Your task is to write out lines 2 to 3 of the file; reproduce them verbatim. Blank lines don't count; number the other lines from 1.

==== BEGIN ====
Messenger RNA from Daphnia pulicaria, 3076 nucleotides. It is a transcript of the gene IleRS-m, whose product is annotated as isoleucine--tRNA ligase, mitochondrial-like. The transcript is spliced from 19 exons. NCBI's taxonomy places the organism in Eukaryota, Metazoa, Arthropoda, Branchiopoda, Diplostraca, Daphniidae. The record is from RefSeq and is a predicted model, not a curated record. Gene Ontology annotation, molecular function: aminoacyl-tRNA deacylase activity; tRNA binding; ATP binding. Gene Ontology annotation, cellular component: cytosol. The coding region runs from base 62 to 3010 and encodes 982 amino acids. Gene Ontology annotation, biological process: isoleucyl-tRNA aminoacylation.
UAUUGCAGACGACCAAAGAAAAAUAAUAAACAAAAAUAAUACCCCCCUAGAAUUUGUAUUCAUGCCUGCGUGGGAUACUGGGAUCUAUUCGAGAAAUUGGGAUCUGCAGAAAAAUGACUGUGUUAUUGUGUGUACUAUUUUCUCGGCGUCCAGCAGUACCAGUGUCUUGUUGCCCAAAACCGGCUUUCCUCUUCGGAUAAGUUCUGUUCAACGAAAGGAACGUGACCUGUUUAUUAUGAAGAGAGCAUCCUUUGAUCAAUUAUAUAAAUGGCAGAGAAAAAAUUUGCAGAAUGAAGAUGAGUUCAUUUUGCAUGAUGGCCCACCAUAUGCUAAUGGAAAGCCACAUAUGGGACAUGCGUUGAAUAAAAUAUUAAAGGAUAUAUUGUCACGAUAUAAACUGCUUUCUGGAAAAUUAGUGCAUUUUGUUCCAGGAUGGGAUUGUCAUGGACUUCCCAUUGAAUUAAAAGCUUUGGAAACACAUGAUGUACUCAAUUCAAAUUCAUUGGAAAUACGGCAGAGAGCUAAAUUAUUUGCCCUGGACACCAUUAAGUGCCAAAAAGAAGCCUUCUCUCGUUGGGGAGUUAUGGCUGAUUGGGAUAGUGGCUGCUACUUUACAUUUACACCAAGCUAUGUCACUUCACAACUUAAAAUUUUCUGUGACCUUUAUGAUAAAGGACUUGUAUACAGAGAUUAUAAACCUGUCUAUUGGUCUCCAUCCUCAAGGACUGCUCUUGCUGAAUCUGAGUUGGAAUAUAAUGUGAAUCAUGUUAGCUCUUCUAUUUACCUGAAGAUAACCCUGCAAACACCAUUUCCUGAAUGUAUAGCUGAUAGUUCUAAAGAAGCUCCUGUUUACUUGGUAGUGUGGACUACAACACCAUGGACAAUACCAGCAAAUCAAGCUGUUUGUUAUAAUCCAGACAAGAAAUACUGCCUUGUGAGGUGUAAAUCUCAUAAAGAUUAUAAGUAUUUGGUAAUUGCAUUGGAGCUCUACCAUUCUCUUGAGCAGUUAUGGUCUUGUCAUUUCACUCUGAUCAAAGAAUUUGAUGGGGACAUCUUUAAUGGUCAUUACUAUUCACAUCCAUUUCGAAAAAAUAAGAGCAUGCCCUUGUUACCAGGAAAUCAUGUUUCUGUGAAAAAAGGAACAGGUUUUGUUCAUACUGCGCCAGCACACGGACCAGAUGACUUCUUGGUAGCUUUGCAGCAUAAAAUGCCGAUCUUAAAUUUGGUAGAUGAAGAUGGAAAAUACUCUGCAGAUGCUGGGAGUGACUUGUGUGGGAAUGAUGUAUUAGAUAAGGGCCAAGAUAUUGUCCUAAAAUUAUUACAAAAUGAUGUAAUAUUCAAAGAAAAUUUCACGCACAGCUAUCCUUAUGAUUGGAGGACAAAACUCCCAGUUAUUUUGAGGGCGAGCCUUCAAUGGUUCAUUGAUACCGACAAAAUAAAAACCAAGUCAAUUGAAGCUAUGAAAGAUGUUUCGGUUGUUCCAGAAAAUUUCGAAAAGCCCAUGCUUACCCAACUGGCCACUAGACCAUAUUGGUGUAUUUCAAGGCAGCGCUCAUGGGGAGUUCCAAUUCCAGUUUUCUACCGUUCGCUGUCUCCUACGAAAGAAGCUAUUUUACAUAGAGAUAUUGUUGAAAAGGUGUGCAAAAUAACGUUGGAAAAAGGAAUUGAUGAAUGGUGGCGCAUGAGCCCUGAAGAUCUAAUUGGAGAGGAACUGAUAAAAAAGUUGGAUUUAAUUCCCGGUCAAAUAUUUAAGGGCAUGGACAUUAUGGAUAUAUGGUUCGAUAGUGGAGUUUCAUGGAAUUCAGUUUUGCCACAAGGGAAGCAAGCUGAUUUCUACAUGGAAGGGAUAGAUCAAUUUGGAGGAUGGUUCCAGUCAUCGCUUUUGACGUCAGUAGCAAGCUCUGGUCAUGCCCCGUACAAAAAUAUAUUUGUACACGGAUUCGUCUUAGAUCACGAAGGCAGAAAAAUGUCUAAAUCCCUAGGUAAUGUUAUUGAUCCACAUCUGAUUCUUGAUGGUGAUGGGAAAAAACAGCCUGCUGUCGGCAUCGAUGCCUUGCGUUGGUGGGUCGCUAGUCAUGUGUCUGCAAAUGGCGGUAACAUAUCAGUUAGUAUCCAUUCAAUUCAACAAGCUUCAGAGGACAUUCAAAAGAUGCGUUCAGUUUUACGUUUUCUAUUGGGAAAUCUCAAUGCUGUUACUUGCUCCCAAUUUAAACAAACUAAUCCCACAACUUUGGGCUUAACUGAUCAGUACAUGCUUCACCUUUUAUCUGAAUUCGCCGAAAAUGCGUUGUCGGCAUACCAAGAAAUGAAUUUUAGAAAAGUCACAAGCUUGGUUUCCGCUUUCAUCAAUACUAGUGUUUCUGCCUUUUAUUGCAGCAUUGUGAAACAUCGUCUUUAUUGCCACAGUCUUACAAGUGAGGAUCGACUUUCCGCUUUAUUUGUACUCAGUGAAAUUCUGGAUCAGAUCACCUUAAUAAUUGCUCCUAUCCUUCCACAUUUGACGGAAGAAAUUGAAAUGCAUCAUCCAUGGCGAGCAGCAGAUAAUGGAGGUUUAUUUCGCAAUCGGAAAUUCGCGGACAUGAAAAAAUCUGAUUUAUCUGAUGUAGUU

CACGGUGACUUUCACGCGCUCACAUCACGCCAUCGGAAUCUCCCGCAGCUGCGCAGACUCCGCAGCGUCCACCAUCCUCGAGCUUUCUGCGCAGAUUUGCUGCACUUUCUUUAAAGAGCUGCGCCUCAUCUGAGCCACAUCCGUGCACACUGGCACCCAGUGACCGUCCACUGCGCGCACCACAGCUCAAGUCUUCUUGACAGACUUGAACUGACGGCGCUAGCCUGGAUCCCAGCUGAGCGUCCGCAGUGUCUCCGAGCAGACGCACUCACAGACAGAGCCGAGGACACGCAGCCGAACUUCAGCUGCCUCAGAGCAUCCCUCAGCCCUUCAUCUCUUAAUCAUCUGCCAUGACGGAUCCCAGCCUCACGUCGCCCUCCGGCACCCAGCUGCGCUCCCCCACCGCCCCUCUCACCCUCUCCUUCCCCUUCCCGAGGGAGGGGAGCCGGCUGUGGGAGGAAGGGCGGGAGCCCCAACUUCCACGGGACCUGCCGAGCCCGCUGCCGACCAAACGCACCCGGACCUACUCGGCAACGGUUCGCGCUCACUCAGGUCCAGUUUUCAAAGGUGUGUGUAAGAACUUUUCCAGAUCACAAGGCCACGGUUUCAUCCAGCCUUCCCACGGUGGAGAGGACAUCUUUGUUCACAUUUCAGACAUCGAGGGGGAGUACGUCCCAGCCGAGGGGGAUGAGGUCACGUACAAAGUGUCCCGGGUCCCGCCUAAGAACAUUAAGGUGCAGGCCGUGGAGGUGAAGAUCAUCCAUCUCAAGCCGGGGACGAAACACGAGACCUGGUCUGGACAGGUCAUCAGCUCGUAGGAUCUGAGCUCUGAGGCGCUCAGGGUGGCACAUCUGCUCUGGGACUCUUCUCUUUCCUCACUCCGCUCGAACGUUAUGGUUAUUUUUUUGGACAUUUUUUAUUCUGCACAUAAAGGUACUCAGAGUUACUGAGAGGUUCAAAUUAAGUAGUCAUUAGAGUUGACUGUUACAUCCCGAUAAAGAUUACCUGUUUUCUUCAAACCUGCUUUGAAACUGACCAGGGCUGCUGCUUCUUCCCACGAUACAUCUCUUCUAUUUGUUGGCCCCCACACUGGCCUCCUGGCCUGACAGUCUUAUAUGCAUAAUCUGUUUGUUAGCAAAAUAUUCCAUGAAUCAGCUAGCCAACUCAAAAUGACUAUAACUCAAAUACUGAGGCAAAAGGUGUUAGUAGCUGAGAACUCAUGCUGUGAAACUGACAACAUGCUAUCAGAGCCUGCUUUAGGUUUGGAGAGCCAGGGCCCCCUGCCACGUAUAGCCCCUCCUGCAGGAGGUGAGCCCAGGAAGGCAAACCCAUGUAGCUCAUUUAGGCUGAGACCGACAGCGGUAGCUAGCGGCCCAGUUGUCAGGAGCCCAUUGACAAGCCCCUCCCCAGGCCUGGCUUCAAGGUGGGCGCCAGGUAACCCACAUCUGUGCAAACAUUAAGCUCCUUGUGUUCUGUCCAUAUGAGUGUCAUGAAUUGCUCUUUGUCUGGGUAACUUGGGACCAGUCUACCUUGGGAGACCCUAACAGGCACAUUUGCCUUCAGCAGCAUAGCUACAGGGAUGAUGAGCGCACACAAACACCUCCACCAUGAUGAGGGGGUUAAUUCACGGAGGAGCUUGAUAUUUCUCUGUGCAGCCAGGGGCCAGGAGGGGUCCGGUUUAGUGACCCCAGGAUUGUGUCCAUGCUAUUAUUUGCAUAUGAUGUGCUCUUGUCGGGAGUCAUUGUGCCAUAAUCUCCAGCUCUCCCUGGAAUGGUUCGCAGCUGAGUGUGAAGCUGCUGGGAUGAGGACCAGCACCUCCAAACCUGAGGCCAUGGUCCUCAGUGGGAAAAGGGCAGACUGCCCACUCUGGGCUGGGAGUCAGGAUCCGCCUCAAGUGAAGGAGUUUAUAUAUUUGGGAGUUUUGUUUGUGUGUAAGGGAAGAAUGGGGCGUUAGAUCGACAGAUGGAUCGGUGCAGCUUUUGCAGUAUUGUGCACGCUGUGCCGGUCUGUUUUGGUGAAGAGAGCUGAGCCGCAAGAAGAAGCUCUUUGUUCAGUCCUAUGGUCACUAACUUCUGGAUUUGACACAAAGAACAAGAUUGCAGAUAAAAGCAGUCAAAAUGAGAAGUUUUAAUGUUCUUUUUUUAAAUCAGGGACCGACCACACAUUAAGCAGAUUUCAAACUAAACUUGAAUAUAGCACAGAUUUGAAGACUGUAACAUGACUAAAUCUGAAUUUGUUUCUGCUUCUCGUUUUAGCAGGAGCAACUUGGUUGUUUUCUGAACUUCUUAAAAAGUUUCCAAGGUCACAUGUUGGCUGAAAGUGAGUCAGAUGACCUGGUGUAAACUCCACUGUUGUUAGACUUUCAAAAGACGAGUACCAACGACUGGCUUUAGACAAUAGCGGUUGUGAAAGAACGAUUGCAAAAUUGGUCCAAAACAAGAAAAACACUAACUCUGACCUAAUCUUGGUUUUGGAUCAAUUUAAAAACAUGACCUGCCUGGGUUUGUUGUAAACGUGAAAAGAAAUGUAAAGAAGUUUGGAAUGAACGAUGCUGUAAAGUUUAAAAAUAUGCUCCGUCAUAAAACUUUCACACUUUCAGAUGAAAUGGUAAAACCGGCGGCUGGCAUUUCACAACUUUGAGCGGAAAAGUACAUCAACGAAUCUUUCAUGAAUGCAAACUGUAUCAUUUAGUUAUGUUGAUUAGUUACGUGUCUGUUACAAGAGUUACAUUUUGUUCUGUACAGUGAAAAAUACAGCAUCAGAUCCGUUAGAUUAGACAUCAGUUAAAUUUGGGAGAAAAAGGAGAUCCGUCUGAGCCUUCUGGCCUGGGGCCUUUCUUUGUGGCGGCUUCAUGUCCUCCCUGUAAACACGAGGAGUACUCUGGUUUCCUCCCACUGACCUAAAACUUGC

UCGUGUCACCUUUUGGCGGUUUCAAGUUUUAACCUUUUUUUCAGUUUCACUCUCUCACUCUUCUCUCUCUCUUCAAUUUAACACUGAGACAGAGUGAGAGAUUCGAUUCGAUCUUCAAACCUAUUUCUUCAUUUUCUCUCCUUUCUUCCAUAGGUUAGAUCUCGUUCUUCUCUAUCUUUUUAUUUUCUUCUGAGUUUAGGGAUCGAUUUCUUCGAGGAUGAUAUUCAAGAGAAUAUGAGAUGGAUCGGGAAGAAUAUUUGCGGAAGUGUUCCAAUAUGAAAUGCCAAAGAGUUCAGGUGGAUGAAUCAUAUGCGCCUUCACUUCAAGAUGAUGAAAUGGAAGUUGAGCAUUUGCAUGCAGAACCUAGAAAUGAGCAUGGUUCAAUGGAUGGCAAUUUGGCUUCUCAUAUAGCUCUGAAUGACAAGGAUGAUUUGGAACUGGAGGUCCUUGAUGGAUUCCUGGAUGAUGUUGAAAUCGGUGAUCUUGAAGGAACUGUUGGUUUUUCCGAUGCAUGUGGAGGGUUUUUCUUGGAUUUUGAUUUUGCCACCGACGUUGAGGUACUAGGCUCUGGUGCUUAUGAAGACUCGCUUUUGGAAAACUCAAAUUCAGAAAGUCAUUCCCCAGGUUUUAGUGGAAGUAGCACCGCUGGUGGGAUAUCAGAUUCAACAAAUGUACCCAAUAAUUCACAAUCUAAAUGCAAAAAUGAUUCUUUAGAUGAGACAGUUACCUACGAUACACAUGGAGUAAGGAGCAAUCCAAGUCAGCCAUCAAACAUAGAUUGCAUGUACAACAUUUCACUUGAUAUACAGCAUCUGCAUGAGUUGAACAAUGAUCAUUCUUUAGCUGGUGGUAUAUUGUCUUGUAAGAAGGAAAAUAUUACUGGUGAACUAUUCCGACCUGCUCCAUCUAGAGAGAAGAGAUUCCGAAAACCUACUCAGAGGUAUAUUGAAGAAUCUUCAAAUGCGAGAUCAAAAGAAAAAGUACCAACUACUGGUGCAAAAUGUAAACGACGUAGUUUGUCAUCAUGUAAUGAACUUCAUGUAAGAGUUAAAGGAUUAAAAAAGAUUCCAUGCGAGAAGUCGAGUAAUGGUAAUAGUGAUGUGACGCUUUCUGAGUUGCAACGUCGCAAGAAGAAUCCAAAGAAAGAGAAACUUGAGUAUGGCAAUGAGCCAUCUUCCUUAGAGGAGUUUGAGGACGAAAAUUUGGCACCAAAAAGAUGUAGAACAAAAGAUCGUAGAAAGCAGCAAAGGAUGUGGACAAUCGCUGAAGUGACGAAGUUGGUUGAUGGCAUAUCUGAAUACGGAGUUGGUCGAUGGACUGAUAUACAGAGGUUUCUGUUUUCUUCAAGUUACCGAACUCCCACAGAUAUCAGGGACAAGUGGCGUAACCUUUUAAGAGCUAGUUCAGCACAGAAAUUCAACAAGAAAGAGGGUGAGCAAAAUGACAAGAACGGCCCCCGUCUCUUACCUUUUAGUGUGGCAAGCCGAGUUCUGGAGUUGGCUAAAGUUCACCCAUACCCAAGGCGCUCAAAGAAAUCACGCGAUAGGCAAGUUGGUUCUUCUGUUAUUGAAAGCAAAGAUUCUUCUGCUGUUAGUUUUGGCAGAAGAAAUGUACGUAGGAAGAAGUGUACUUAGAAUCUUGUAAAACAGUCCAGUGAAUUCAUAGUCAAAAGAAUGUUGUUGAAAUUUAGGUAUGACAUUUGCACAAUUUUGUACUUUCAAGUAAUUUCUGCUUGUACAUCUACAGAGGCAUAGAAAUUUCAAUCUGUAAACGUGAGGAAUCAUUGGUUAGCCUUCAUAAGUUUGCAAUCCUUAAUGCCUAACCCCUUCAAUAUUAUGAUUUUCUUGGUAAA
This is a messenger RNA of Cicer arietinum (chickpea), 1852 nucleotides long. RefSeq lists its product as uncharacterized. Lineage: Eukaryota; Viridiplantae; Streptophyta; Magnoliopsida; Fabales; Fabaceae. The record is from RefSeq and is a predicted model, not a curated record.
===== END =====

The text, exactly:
UAUUGCAGACGACCAAAGAAAAAUAAUAAACAAAAAUAAUACCCCCCUAGAAUUUGUAUUCAUGCCUGCGUGGGAUACUGGGAUCUAUUCGAGAAAUUGGGAUCUGCAGAAAAAUGACUGUGUUAUUGUGUGUACUAUUUUCUCGGCGUCCAGCAGUACCAGUGUCUUGUUGCCCAAAACCGGCUUUCCUCUUCGGAUAAGUUCUGUUCAACGAAAGGAACGUGACCUGUUUAUUAUGAAGAGAGCAUCCUUUGAUCAAUUAUAUAAAUGGCAGAGAAAAAAUUUGCAGAAUGAAGAUGAGUUCAUUUUGCAUGAUGGCCCACCAUAUGCUAAUGGAAAGCCACAUAUGGGACAUGCGUUGAAUAAAAUAUUAAAGGAUAUAUUGUCACGAUAUAAACUGCUUUCUGGAAAAUUAGUGCAUUUUGUUCCAGGAUGGGAUUGUCAUGGACUUCCCAUUGAAUUAAAAGCUUUGGAAACACAUGAUGUACUCAAUUCAAAUUCAUUGGAAAUACGGCAGAGAGCUAAAUUAUUUGCCCUGGACACCAUUAAGUGCCAAAAAGAAGCCUUCUCUCGUUGGGGAGUUAUGGCUGAUUGGGAUAGUGGCUGCUACUUUACAUUUACACCAAGCUAUGUCACUUCACAACUUAAAAUUUUCUGUGACCUUUAUGAUAAAGGACUUGUAUACAGAGAUUAUAAACCUGUCUAUUGGUCUCCAUCCUCAAGGACUGCUCUUGCUGAAUCUGAGUUGGAAUAUAAUGUGAAUCAUGUUAGCUCUUCUAUUUACCUGAAGAUAACCCUGCAAACACCAUUUCCUGAAUGUAUAGCUGAUAGUUCUAAAGAAGCUCCUGUUUACUUGGUAGUGUGGACUACAACACCAUGGACAAUACCAGCAAAUCAAGCUGUUUGUUAUAAUCCAGACAAGAAAUACUGCCUUGUGAGGUGUAAAUCUCAUAAAGAUUAUAAGUAUUUGGUAAUUGCAUUGGAGCUCUACCAUUCUCUUGAGCAGUUAUGGUCUUGUCAUUUCACUCUGAUCAAAGAAUUUGAUGGGGACAUCUUUAAUGGUCAUUACUAUUCACAUCCAUUUCGAAAAAAUAAGAGCAUGCCCUUGUUACCAGGAAAUCAUGUUUCUGUGAAAAAAGGAACAGGUUUUGUUCAUACUGCGCCAGCACACGGACCAGAUGACUUCUUGGUAGCUUUGCAGCAUAAAAUGCCGAUCUUAAAUUUGGUAGAUGAAGAUGGAAAAUACUCUGCAGAUGCUGGGAGUGACUUGUGUGGGAAUGAUGUAUUAGAUAAGGGCCAAGAUAUUGUCCUAAAAUUAUUACAAAAUGAUGUAAUAUUCAAAGAAAAUUUCACGCACAGCUAUCCUUAUGAUUGGAGGACAAAACUCCCAGUUAUUUUGAGGGCGAGCCUUCAAUGGUUCAUUGAUACCGACAAAAUAAAAACCAAGUCAAUUGAAGCUAUGAAAGAUGUUUCGGUUGUUCCAGAAAAUUUCGAAAAGCCCAUGCUUACCCAACUGGCCACUAGACCAUAUUGGUGUAUUUCAAGGCAGCGCUCAUGGGGAGUUCCAAUUCCAGUUUUCUACCGUUCGCUGUCUCCUACGAAAGAAGCUAUUUUACAUAGAGAUAUUGUUGAAAAGGUGUGCAAAAUAACGUUGGAAAAAGGAAUUGAUGAAUGGUGGCGCAUGAGCCCUGAAGAUCUAAUUGGAGAGGAACUGAUAAAAAAGUUGGAUUUAAUUCCCGGUCAAAUAUUUAAGGGCAUGGACAUUAUGGAUAUAUGGUUCGAUAGUGGAGUUUCAUGGAAUUCAGUUUUGCCACAAGGGAAGCAAGCUGAUUUCUACAUGGAAGGGAUAGAUCAAUUUGGAGGAUGGUUCCAGUCAUCGCUUUUGACGUCAGUAGCAAGCUCUGGUCAUGCCCCGUACAAAAAUAUAUUUGUACACGGAUUCGUCUUAGAUCACGAAGGCAGAAAAAUGUCUAAAUCCCUAGGUAAUGUUAUUGAUCCACAUCUGAUUCUUGAUGGUGAUGGGAAAAAACAGCCUGCUGUCGGCAUCGAUGCCUUGCGUUGGUGGGUCGCUAGUCAUGUGUCUGCAAAUGGCGGUAACAUAUCAGUUAGUAUCCAUUCAAUUCAACAAGCUUCAGAGGACAUUCAAAAGAUGCGUUCAGUUUUACGUUUUCUAUUGGGAAAUCUCAAUGCUGUUACUUGCUCCCAAUUUAAACAAACUAAUCCCACAACUUUGGGCUUAACUGAUCAGUACAUGCUUCACCUUUUAUCUGAAUUCGCCGAAAAUGCGUUGUCGGCAUACCAAGAAAUGAAUUUUAGAAAAGUCACAAGCUUGGUUUCCGCUUUCAUCAAUACUAGUGUUUCUGCCUUUUAUUGCAGCAUUGUGAAACAUCGUCUUUAUUGCCACAGUCUUACAAGUGAGGAUCGACUUUCCGCUUUAUUUGUACUCAGUGAAAUUCUGGAUCAGAUCACCUUAAUAAUUGCUCCUAUCCUUCCACAUUUGACGGAAGAAAUUGAAAUGCAUCAUCCAUGGCGAGCAGCAGAUAAUGGAGGUUUAUUUCGCAAUCGGAAAUUCGCGGACAUGAAAAAAUCUGAUUUAUCUGAUGUAGUU

CACGGUGACUUUCACGCGCUCACAUCACGCCAUCGGAAUCUCCCGCAGCUGCGCAGACUCCGCAGCGUCCACCAUCCUCGAGCUUUCUGCGCAGAUUUGCUGCACUUUCUUUAAAGAGCUGCGCCUCAUCUGAGCCACAUCCGUGCACACUGGCACCCAGUGACCGUCCACUGCGCGCACCACAGCUCAAGUCUUCUUGACAGACUUGAACUGACGGCGCUAGCCUGGAUCCCAGCUGAGCGUCCGCAGUGUCUCCGAGCAGACGCACUCACAGACAGAGCCGAGGACACGCAGCCGAACUUCAGCUGCCUCAGAGCAUCCCUCAGCCCUUCAUCUCUUAAUCAUCUGCCAUGACGGAUCCCAGCCUCACGUCGCCCUCCGGCACCCAGCUGCGCUCCCCCACCGCCCCUCUCACCCUCUCCUUCCCCUUCCCGAGGGAGGGGAGCCGGCUGUGGGAGGAAGGGCGGGAGCCCCAACUUCCACGGGACCUGCCGAGCCCGCUGCCGACCAAACGCACCCGGACCUACUCGGCAACGGUUCGCGCUCACUCAGGUCCAGUUUUCAAAGGUGUGUGUAAGAACUUUUCCAGAUCACAAGGCCACGGUUUCAUCCAGCCUUCCCACGGUGGAGAGGACAUCUUUGUUCACAUUUCAGACAUCGAGGGGGAGUACGUCCCAGCCGAGGGGGAUGAGGUCACGUACAAAGUGUCCCGGGUCCCGCCUAAGAACAUUAAGGUGCAGGCCGUGGAGGUGAAGAUCAUCCAUCUCAAGCCGGGGACGAAACACGAGACCUGGUCUGGACAGGUCAUCAGCUCGUAGGAUCUGAGCUCUGAGGCGCUCAGGGUGGCACAUCUGCUCUGGGACUCUUCUCUUUCCUCACUCCGCUCGAACGUUAUGGUUAUUUUUUUGGACAUUUUUUAUUCUGCACAUAAAGGUACUCAGAGUUACUGAGAGGUUCAAAUUAAGUAGUCAUUAGAGUUGACUGUUACAUCCCGAUAAAGAUUACCUGUUUUCUUCAAACCUGCUUUGAAACUGACCAGGGCUGCUGCUUCUUCCCACGAUACAUCUCUUCUAUUUGUUGGCCCCCACACUGGCCUCCUGGCCUGACAGUCUUAUAUGCAUAAUCUGUUUGUUAGCAAAAUAUUCCAUGAAUCAGCUAGCCAACUCAAAAUGACUAUAACUCAAAUACUGAGGCAAAAGGUGUUAGUAGCUGAGAACUCAUGCUGUGAAACUGACAACAUGCUAUCAGAGCCUGCUUUAGGUUUGGAGAGCCAGGGCCCCCUGCCACGUAUAGCCCCUCCUGCAGGAGGUGAGCCCAGGAAGGCAAACCCAUGUAGCUCAUUUAGGCUGAGACCGACAGCGGUAGCUAGCGGCCCAGUUGUCAGGAGCCCAUUGACAAGCCCCUCCCCAGGCCUGGCUUCAAGGUGGGCGCCAGGUAACCCACAUCUGUGCAAACAUUAAGCUCCUUGUGUUCUGUCCAUAUGAGUGUCAUGAAUUGCUCUUUGUCUGGGUAACUUGGGACCAGUCUACCUUGGGAGACCCUAACAGGCACAUUUGCCUUCAGCAGCAUAGCUACAGGGAUGAUGAGCGCACACAAACACCUCCACCAUGAUGAGGGGGUUAAUUCACGGAGGAGCUUGAUAUUUCUCUGUGCAGCCAGGGGCCAGGAGGGGUCCGGUUUAGUGACCCCAGGAUUGUGUCCAUGCUAUUAUUUGCAUAUGAUGUGCUCUUGUCGGGAGUCAUUGUGCCAUAAUCUCCAGCUCUCCCUGGAAUGGUUCGCAGCUGAGUGUGAAGCUGCUGGGAUGAGGACCAGCACCUCCAAACCUGAGGCCAUGGUCCUCAGUGGGAAAAGGGCAGACUGCCCACUCUGGGCUGGGAGUCAGGAUCCGCCUCAAGUGAAGGAGUUUAUAUAUUUGGGAGUUUUGUUUGUGUGUAAGGGAAGAAUGGGGCGUUAGAUCGACAGAUGGAUCGGUGCAGCUUUUGCAGUAUUGUGCACGCUGUGCCGGUCUGUUUUGGUGAAGAGAGCUGAGCCGCAAGAAGAAGCUCUUUGUUCAGUCCUAUGGUCACUAACUUCUGGAUUUGACACAAAGAACAAGAUUGCAGAUAAAAGCAGUCAAAAUGAGAAGUUUUAAUGUUCUUUUUUUAAAUCAGGGACCGACCACACAUUAAGCAGAUUUCAAACUAAACUUGAAUAUAGCACAGAUUUGAAGACUGUAACAUGACUAAAUCUGAAUUUGUUUCUGCUUCUCGUUUUAGCAGGAGCAACUUGGUUGUUUUCUGAACUUCUUAAAAAGUUUCCAAGGUCACAUGUUGGCUGAAAGUGAGUCAGAUGACCUGGUGUAAACUCCACUGUUGUUAGACUUUCAAAAGACGAGUACCAACGACUGGCUUUAGACAAUAGCGGUUGUGAAAGAACGAUUGCAAAAUUGGUCCAAAACAAGAAAAACACUAACUCUGACCUAAUCUUGGUUUUGGAUCAAUUUAAAAACAUGACCUGCCUGGGUUUGUUGUAAACGUGAAAAGAAAUGUAAAGAAGUUUGGAAUGAACGAUGCUGUAAAGUUUAAAAAUAUGCUCCGUCAUAAAACUUUCACACUUUCAGAUGAAAUGGUAAAACCGGCGGCUGGCAUUUCACAACUUUGAGCGGAAAAGUACAUCAACGAAUCUUUCAUGAAUGCAAACUGUAUCAUUUAGUUAUGUUGAUUAGUUACGUGUCUGUUACAAGAGUUACAUUUUGUUCUGUACAGUGAAAAAUACAGCAUCAGAUCCGUUAGAUUAGACAUCAGUUAAAUUUGGGAGAAAAAGGAGAUCCGUCUGAGCCUUCUGGCCUGGGGCCUUUCUUUGUGGCGGCUUCAUGUCCUCCCUGUAAACACGAGGAGUACUCUGGUUUCCUCCCACUGACCUAAAACUUGC